I’m back down in my home-away-from-home, Alabama, for a few weeks. The town I’m staying in is pretty small and there isn’t much to do except hike. Its getting a little too cold now for hiking (in my opinion) but on a few of the warmer days my boyfriend, who is an expert in survival techniques (check out his new blog, Survive-Prepare), taught me a few outdoorsy tricks. I’ve done some of the more basic shelter-building, rope-making, and fire-starting type stuff in the girl scouts, but it is always fun to learn something new.
I’m a huge fan of loose-leaf tea; I drink about 2 cups each day. I’ve known for a while that you can make tea from ingredients you find growing wild in nature, but I’ve never actually seen it done or learned how to do it. So today was the day! We searched for a pine tree in the forest and used a knife to cut off a small branch to bring back to the kitchen. The branches were very prickly so I could only gather a tiny bit of pine needles.
We boiled some water with the pine needles in them- it made some foggy looking green liquid. I made my boyfriend try it first. He claimed to like it, so I tried it but I think Ill stick to fruit and nut teas. I don’t recommend wild pine unless you are really desperate for tea.
I also learned that you can cut into moss to form a hollowed out space to keep food refrigerated. The moss keeps the dirt held pretty firmly in place and it is easy to carve out a cavity beneath it, stick some food in there, place the moss back on top, and nobody is the wiser.
The third thing I learned isn’t really a survival technique- actually its pretty much the opposite: using river rocks as spa hot rocks. It was pretty easy to make our way through the woods down to the creek which had recently flooded with rain, but a little more difficult to find a spot that wasn’t so flooded that it would be hard to gather rocks from the bottom. But we collected a bunch, took them back, cleaned them off, heated them in a pot on the stove, and voila!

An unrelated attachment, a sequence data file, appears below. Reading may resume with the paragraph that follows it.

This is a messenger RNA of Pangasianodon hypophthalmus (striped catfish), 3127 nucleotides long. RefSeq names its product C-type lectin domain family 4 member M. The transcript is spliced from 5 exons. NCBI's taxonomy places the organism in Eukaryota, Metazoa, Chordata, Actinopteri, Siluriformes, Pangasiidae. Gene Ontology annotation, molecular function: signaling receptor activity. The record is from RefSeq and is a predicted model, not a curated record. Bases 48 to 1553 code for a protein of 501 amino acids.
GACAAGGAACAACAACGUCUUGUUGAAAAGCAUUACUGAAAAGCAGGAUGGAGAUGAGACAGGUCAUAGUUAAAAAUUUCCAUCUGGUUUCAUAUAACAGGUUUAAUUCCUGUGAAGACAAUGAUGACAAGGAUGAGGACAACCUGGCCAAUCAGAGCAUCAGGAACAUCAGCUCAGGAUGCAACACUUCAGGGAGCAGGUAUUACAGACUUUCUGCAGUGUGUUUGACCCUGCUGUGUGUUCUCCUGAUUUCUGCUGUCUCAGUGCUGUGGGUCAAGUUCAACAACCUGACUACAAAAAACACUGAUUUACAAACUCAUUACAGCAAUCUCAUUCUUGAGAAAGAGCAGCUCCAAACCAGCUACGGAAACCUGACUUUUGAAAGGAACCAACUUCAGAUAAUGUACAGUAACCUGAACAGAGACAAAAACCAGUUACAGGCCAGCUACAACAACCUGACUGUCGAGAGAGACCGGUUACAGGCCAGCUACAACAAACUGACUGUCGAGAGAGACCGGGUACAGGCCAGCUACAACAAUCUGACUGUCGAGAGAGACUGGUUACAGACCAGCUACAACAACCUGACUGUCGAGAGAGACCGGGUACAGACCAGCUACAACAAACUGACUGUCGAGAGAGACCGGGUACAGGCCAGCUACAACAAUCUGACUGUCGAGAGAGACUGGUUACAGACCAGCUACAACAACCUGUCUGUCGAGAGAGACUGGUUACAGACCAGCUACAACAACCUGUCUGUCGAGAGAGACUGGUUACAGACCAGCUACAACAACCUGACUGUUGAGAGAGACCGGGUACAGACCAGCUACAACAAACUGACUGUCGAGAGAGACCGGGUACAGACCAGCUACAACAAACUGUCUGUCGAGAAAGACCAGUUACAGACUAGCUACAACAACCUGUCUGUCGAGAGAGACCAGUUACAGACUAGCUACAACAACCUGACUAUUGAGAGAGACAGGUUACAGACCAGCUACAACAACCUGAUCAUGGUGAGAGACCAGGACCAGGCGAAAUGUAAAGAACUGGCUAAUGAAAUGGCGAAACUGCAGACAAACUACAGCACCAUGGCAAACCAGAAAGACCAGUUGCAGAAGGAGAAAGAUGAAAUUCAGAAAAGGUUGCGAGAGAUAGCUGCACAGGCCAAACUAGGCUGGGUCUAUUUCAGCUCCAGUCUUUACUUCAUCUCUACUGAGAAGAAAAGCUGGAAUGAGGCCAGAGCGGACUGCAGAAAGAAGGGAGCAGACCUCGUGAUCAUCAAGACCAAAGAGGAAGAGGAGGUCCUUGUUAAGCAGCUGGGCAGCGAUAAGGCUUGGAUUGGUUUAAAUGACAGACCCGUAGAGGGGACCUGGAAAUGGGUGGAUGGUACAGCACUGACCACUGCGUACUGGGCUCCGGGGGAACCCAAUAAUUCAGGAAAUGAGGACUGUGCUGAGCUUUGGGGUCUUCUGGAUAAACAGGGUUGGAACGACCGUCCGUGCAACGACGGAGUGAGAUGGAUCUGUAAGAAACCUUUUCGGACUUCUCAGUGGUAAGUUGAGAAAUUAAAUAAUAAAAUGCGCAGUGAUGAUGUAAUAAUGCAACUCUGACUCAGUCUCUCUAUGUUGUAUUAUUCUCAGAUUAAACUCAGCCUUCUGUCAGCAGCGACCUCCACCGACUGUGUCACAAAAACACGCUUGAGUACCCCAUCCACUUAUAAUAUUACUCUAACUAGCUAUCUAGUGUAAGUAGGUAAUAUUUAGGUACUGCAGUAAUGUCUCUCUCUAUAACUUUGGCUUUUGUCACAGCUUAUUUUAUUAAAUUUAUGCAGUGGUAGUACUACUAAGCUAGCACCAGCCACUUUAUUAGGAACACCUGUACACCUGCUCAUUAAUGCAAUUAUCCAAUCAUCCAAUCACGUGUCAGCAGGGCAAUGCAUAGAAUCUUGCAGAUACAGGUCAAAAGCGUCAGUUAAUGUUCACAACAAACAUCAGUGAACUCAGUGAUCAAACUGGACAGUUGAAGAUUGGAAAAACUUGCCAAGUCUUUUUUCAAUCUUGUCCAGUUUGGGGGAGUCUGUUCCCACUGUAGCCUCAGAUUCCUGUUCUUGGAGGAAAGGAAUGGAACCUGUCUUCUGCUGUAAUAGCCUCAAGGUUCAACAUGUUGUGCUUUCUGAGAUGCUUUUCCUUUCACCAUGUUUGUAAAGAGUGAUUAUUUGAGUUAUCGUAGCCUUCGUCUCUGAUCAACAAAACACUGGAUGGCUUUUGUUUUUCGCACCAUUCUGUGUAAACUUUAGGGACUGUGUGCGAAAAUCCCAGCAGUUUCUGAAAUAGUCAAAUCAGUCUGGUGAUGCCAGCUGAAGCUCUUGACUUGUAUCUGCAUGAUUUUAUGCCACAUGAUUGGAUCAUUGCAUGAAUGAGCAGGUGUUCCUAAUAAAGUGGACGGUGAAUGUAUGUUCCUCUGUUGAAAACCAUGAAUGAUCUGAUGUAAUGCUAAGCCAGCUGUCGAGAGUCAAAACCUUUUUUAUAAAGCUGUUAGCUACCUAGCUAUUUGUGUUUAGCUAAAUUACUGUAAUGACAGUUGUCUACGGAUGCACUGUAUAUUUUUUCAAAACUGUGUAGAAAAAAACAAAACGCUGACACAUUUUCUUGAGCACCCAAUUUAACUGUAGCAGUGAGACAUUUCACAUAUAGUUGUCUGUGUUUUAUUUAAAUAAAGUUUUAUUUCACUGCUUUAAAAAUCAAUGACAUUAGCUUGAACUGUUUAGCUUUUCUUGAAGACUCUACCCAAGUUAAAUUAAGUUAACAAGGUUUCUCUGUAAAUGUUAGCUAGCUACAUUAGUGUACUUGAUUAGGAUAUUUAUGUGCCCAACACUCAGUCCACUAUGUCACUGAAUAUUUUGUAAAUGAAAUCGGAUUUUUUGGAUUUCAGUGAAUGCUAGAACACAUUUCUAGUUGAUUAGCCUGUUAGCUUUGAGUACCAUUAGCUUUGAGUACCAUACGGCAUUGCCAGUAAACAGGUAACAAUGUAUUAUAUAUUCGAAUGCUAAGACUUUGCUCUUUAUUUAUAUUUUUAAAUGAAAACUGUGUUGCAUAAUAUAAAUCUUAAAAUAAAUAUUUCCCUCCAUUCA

A few days later we went for a hike in a really nice spot nearby. We came to a bridge over a mostly dried-out creek with some water still trickling through and I wanted to go off trail and hike down that instead. I love climbing over rocks! We went down quite a long way till we came to a drop in the rock face and sat down to look at the landscape for a while. By the time we started hiking back, it looked like it was near sunset and we decided to take the trail back.
We made a wrong turn (apparently I mistook a creek bed for a trail) but decided to continue in that direction. It soon became apparent that we were in a race against the sun, as it was getting darker and darker as we pushed through some very dense thickets to try to get back to the car. The trees and bushes and vines were so thick in some places that we had to go back to find a different way to go forward.
Eventually we heard cars on the road and followed the sounds until we made it back to a main trail that led right out of the woods and to the car.
It was only when we got home that I realized Id lost my favorite scarf that my boyfriend had given me. So we went back the next day to search for it.
We tried to backtrack the same ridiculously winding path wed created the night before, but it was next to impossible. We probably were off of the path about 50% of the time. My boyfriend climbed a tree to see if he could recognize where wed been the night before, and then of course I had to climb the tree because climbing trees is awesomely fun. Its always been one of my favorite activities, as long as there are no bugs around.
Alas, after about two hours of hiking and searching, we had to admit that the scarf was lost to the forest. (It probably didn’t help that it was a camouflage print.) Oh well. The hiking was fun. Maybe next week the weather will be nice enough to go exploring in the caves